By the mid-1800s of course Vance had begun to spread to other countries in the waves of Irish emigration, most notably to the US and Australia.  While I don't have early distribution maps for Australia, maps for the 1840 and 1920 US censuses show "Vance" was well-established in the middle Atlantic states and spreading:

Back in the UK. a surname distribution map for the late 1800's shows that "Vance" was centered in it's expected lowland Scotland origins, but had also spread to England as well:
And now into the 1900's, the 1901 Irish census still shows the same patterns as earlier data:  a decidedly Ulster bias and a Donegal/Antrim/Down county concentration:

The Vance surname Today

The surname "Vance" around the world today according to 2000-2005 data from the website Public Profiler, is found mainly in the US (182 FPM, or frequency per million people), Australia (61 FPM), Ireland (55 FPM), Canada (40 FPM). the UK (36 FPM), and New Zealand (20 FPM):
Worldwide distribution of "Vance" today
(Source:  Public Profiler World Names)
Within its major countries, here are the surname distributions for 2000-2005:
North America - distribution of "Vance" today
(Source:  Public Profiler World Names)
UK and Ireland - distribution of "Vance" today
(Source:  Public Profiler World Names)
Australia - distribution of "Vance" today
(Source:  Public Profiler World Names)
So what does all this show, apart from the obvious conclusion that there IS such a thing as too many maps?  One conclusion is that while the Vance name has grown more numerous in the former British colonies, its distribution in Ireland and Scotland even today still greatly reflects its origins in lowland Scotland and Ulster.  In the US, it also seems to indicate that "Vance" has spread slowly south over time although it is still heavily concentrated in areas originally colonized by the Scots-Irish.   Of course, this data doesn't distinguish other sources for the "Vance" surname like the known Wentz immigrant families whose surnames were changed to Vance in their new US home.  

Data at this "macro" level may not help genealogists who have a good family tree already documented, but it CAN help suggest focus areas for people who don't know where their ancestors emigrated from.   Do these maps suggest anything about your research?  Or do you have any other distribution maps to add to the set?  

Tuesday, September 24, 2013

The Bewcastle Cross - a Vaux/Vance Legend

In a little churchyard in Bewcastle in Cumberland, England, there stands one of the largest Anglo-Saxon high crosses in the British Isles.  Its connection to Vaux/Vance history has been debated for centuries, but the story of the debate still merits a place in the legends of our family surname.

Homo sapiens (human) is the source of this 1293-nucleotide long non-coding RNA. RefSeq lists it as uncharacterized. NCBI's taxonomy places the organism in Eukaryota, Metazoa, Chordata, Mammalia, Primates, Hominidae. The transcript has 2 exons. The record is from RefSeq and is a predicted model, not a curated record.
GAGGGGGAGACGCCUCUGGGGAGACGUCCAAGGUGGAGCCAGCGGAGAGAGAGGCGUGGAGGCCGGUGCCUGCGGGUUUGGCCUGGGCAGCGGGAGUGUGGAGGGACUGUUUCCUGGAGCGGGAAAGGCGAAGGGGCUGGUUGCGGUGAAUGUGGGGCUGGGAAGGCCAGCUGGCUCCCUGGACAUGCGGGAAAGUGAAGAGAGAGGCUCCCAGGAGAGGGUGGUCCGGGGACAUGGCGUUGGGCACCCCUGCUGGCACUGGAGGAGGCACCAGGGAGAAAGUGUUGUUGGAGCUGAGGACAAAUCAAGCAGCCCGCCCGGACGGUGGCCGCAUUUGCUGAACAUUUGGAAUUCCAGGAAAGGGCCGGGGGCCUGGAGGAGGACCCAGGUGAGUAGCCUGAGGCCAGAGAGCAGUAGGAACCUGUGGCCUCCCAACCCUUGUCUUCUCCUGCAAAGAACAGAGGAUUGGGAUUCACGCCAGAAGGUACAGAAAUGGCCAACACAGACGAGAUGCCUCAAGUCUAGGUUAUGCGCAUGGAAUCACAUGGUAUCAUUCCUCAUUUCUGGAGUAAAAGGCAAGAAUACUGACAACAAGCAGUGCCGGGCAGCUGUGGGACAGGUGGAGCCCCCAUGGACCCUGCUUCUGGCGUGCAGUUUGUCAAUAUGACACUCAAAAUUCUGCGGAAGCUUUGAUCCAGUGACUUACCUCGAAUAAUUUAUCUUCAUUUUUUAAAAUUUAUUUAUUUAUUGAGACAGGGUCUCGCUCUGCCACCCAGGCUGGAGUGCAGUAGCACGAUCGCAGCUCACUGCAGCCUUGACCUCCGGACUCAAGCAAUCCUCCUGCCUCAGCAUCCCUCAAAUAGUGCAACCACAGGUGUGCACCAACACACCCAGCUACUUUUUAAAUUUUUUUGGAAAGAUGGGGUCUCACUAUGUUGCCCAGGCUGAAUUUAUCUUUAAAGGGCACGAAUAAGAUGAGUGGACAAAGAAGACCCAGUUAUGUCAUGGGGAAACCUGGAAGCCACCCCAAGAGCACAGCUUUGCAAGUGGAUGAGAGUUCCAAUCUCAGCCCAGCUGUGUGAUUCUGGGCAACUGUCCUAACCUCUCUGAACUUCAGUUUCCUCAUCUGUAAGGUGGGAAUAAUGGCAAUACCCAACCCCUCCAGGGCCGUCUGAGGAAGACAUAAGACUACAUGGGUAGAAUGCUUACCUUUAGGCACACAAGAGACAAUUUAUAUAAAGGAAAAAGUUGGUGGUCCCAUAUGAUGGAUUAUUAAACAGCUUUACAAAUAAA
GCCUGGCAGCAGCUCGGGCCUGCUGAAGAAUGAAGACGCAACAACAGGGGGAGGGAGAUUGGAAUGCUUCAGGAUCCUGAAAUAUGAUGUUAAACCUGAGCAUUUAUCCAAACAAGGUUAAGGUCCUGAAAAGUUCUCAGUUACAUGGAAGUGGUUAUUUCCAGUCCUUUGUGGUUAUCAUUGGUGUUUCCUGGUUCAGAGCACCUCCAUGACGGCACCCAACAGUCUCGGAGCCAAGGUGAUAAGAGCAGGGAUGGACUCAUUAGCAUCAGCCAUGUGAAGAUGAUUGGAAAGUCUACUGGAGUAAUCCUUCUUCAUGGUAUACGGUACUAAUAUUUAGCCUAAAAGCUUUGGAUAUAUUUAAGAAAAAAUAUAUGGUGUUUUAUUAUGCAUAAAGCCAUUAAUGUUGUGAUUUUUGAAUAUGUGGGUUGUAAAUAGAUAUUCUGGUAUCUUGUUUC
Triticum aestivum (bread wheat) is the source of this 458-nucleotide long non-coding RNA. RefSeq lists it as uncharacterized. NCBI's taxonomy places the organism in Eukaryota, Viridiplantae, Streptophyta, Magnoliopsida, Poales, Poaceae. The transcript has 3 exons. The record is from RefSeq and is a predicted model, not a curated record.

The Bewcastle Cross
(picture source:  Wikimedia)

High crosses are Christian crosses intricately carved out of stone in the early medieval period as the Anglo-Saxon and Norse communities across England, Scotland and Ireland were being converted to Christianity.   Some crosses were erected at churches and monasteries, others at major cross-roads or meeting-places.  Many still stand, but Bewcastle has one of the largest and best studied.

The Bewcastle Cross is missing its head (often high crosses were topped by a Celtic cross) so only the shaft remains, standing 14 ½ feet tall in its original location.  While the rich detail of the carvings remain clear, the inscriptions are worn by time and weather and the age and origins of the Cross have been fiercely debated for centuries.

The earliest mention of the Bewcastle Cross in print is in 1607 by a man named Nicholas Roscarrock who was writing to the British historian William Camden.  Earlier editions of Camden’s works had not mentioned the Cross, and Roscarrock said (in updated English)  “If you have any occasion to speak of the Cross of Bewcastle, I have assured myself that the inscription on one side is Hubert de Vaux; [and] that the chequy coat of arms is above that on the same side.”

Arms of the de Vaux
barons of Gilsland
Hubert de Vaux had been granted the Barony of Gilsland (in northern Cumberland) by King Henry II in 1158.  This de Vaux family (see A Short History of the Vance Surname) is thought to be one origin of the Irish Vances.   And the original coat of arms of the de Vaux was a check pattern (“chequy”, in heraldic terms) of either gold and red or silver and red (see What is the Vance Coat of Arms?).